Kate Bush and Metallica get the stranger things bump press, but when the kids were frantically looking for tunes to save one of their pals, it wasn’t love dogs Where Puppeteer that Eddie Munson caught. When a girl sifted through a stack of cassette tapes and cried in vain “Madonna, Bowie, Blondie, Beatles! Music! We need music!” Eddie was holding an Iron Maiden tape Peace of mind high and proclaimed”It IS muuussicc!The instantly memorized moment served as a statement for the music teenager calling it.
Now Iron Maiden is returning that call to all local Eddie Munsons. The quintessential British heavy metal band presents the Legacy of the Beast World Tour at Spokane Arena on Friday, September 30. It’s the band’s first show in Spokane since 1988, around the same time stranger things is defined.
To put it into perspective, Guns N’ Roses opened for Iron Maiden at that gig in 1988. At the time, I wasn’t quite 9 years old and knew nothing about Iron Maiden or Axl Rose. In a way, I’m jealous of people who’ve had Iron Maiden their whole lives, like my own 9-year-old son.
My son and I used to spend hours watching cartoons on YouTube of the band’s mascot, Eddie the Head, having crazy sci-fi adventures with the band’s songs. Sometimes the adventure suited the song, and sometimes it didn’t. What matters is that I turned my kid into a metalhead early on. His favorite song and official video is “Speed of Light” from 2017 book of souls album. That’s the best thing about a band like Iron Maiden. Their longevity means that a person’s favorite song may be a newer song or a track that was still new when they first heard the band.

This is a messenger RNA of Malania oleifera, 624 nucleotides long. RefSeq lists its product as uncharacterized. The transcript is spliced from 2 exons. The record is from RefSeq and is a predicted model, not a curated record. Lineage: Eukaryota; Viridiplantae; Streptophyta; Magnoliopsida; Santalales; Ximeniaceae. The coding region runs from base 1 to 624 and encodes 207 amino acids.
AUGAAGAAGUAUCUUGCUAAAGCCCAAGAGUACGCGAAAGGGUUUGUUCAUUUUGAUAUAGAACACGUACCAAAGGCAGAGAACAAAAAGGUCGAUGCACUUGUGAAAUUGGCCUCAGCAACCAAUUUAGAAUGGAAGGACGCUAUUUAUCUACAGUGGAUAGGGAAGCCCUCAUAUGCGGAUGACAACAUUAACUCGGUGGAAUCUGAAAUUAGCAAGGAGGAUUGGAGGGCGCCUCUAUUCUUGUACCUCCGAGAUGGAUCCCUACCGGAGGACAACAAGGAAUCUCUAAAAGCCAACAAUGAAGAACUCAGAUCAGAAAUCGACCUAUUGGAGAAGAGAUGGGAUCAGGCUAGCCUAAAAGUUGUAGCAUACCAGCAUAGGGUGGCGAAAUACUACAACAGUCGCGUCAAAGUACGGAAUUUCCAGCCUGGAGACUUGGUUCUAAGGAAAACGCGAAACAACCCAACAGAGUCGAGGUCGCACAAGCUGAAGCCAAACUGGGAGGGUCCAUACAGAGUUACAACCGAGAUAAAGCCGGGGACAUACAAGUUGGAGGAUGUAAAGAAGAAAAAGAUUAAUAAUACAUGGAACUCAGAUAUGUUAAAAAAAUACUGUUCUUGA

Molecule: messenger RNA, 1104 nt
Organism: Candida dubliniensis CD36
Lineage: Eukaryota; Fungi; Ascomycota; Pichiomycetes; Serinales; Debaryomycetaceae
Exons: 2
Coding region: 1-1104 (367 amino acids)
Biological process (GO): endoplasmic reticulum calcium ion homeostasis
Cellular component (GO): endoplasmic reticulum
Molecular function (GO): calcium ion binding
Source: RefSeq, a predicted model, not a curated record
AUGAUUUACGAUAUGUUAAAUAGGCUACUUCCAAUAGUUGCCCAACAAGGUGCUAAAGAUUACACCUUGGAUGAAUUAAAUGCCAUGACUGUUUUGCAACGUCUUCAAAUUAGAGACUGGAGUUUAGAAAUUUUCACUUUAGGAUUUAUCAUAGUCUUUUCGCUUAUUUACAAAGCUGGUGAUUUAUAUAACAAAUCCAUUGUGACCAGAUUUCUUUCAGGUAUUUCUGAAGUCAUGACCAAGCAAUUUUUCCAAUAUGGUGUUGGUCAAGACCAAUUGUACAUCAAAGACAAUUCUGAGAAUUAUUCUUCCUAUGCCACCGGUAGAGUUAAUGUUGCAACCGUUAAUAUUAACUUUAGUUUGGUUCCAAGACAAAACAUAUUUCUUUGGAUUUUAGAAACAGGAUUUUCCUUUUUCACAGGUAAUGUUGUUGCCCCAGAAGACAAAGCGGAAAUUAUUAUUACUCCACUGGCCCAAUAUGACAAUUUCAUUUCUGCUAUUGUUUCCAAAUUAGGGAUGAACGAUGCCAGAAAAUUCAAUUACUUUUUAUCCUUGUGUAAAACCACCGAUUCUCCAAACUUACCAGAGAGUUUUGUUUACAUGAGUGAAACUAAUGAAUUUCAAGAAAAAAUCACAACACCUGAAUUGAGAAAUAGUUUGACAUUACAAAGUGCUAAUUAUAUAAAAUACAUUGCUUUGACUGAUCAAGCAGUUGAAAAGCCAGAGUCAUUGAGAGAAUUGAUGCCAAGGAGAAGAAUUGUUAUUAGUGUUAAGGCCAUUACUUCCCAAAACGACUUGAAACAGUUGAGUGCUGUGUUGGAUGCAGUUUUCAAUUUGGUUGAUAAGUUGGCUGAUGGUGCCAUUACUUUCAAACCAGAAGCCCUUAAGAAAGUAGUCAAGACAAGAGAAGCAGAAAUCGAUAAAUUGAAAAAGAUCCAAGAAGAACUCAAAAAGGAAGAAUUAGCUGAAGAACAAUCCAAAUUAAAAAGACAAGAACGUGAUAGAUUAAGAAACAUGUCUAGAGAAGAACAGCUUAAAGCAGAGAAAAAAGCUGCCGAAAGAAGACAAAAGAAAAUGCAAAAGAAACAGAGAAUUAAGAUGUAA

True to its name, the tour itself has indeed become a beast. Shows carried over from the pandemic era joined stops such as Spokane that were announced late in the run. During the tour and postponement, the band’s 17th studio album senjutsu has been freed. I’m sure they’ll play at least a song or two from the new samurai-inspired album, but it’s still the old stuff we want to hear vocalist Bruce Dickinson sing. Val Andrade cartoons and music videos are fun, but Iron Maiden are one of those bands that lived and died on subsequent tours and live albums.
There are a handful of widely acclaimed “best live albums” out there, but when it comes to heavy metal, if Iron Maiden Life after death is not on the list – and probably on top – I question the writer’s judgment. This album was made in 1982 during a concert in Long Beach, California. I was born there but only been there once. Watching my glorious DVD version of the concert brings me closer to a place I should know and don’t.
Of course, I’ve never been to England or Hell, and Iron Maiden makes me feel close to those places too. I could explain how Iron Maiden, a band whose greatest popularity coincided with the Satanic Panic of the 1980s, isn’t satanic, but I don’t know if you’re ready for that. Are you ready for me to point out that Satan (aka The Beast) on Iron Maiden’s most famous album beast number may seem like he’s pulling the strings of humanity, but above him is Eddie, the real puppeteer? Does this mean that Iron Maiden is in charge, or that collectively they believe in some kind of higher power? While band members can choose whether or not to take a religious standpoint, the lyrics are filled with people exploring the implications of faith and whether to side with good or evil.
My son – he’s 9, remember – doesn’t understand that yet. He loves guitars and Eddie’s creepy cartoon look. There are no Halloween masks of drummer Nico McBrain or bassist Steve Harris, but most of Eddie’s album cover versions can be found around this time of year, ready to be put on for trick or treatment.
There are hundreds, if not thousands, of Iron Maiden t-shirt designs to wear all year round. Wear them to school or to family gatherings. You will quickly find out who among these groups is cool and who is not.
I’m ready to find out how cool Bruce Dickinson is. Will he sing “Shout for me, Spokane!” with the short a, or will he belt it out with a bit of British at the end? “Shout for me, Spo-KANE!”
Either way, this Friday night in the arena should be one to remember. Get out your denim or leather jacket of choice, jeans you can walk around in, and most importantly, don’t laugh at anyone who says heavy metal, and Iron Maiden in particular, isn’t music . ♦
Iron Maiden, Trivium • Fri, Sept. 30 at 7:30 p.m. • $62-$225 • All ages • Spokane Arena • 720 W. Mallon Ave. • spokanarena.com